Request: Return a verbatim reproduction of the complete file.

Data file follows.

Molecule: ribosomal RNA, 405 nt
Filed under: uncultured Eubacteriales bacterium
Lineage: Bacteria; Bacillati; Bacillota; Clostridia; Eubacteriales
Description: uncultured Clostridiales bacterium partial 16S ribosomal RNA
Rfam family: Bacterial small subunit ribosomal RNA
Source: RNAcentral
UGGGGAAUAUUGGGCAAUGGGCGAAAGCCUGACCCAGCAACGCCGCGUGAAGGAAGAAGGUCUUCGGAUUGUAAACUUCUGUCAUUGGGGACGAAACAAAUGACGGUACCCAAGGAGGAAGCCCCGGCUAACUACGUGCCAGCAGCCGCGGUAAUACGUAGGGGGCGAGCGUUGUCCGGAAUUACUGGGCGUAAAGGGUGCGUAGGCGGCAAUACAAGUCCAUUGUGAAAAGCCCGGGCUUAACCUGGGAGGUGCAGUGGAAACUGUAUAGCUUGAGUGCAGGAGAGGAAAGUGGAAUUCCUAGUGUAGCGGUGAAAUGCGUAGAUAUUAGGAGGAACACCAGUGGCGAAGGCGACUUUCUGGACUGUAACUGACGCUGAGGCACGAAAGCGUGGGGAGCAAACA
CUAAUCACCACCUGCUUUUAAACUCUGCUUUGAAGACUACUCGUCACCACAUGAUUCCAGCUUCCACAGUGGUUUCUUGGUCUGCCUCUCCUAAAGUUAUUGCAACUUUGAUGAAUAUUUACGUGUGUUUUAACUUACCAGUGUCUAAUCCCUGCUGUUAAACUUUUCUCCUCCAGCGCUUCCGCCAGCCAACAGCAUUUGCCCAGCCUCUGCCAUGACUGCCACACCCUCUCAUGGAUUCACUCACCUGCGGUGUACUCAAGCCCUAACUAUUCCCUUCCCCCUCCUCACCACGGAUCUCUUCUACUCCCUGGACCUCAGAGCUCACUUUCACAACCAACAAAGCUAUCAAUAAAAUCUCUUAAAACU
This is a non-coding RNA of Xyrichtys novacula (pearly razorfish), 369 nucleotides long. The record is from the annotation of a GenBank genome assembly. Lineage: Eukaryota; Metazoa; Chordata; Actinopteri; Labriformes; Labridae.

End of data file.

Molecule: ribosomal RNA, 405 nt
Filed under: uncultured Eubacteriales bacterium
Lineage: Bacteria; Bacillati; Bacillota; Clostridia; Eubacteriales
Description: uncultured Clostridiales bacterium partial 16S ribosomal RNA
Rfam family: Bacterial small subunit ribosomal RNA
Source: RNAcentral
UGGGGAAUAUUGGGCAAUGGGCGAAAGCCUGACCCAGCAACGCCGCGUGAAGGAAGAAGGUCUUCGGAUUGUAAACUUCUGUCAUUGGGGACGAAACAAAUGACGGUACCCAAGGAGGAAGCCCCGGCUAACUACGUGCCAGCAGCCGCGGUAAUACGUAGGGGGCGAGCGUUGUCCGGAAUUACUGGGCGUAAAGGGUGCGUAGGCGGCAAUACAAGUCCAUUGUGAAAAGCCCGGGCUUAACCUGGGAGGUGCAGUGGAAACUGUAUAGCUUGAGUGCAGGAGAGGAAAGUGGAAUUCCUAGUGUAGCGGUGAAAUGCGUAGAUAUUAGGAGGAACACCAGUGGCGAAGGCGACUUUCUGGACUGUAACUGACGCUGAGGCACGAAAGCGUGGGGAGCAAACA
CUAAUCACCACCUGCUUUUAAACUCUGCUUUGAAGACUACUCGUCACCACAUGAUUCCAGCUUCCACAGUGGUUUCUUGGUCUGCCUCUCCUAAAGUUAUUGCAACUUUGAUGAAUAUUUACGUGUGUUUUAACUUACCAGUGUCUAAUCCCUGCUGUUAAACUUUUCUCCUCCAGCGCUUCCGCCAGCCAACAGCAUUUGCCCAGCCUCUGCCAUGACUGCCACACCCUCUCAUGGAUUCACUCACCUGCGGUGUACUCAAGCCCUAACUAUUCCCUUCCCCCUCCUCACCACGGAUCUCUUCUACUCCCUGGACCUCAGAGCUCACUUUCACAACCAACAAAGCUAUCAAUAAAAUCUCUUAAAACU
This is a non-coding RNA of Xyrichtys novacula (pearly razorfish), 369 nucleotides long. The record is from the annotation of a GenBank genome assembly. Lineage: Eukaryota; Metazoa; Chordata; Actinopteri; Labriformes; Labridae.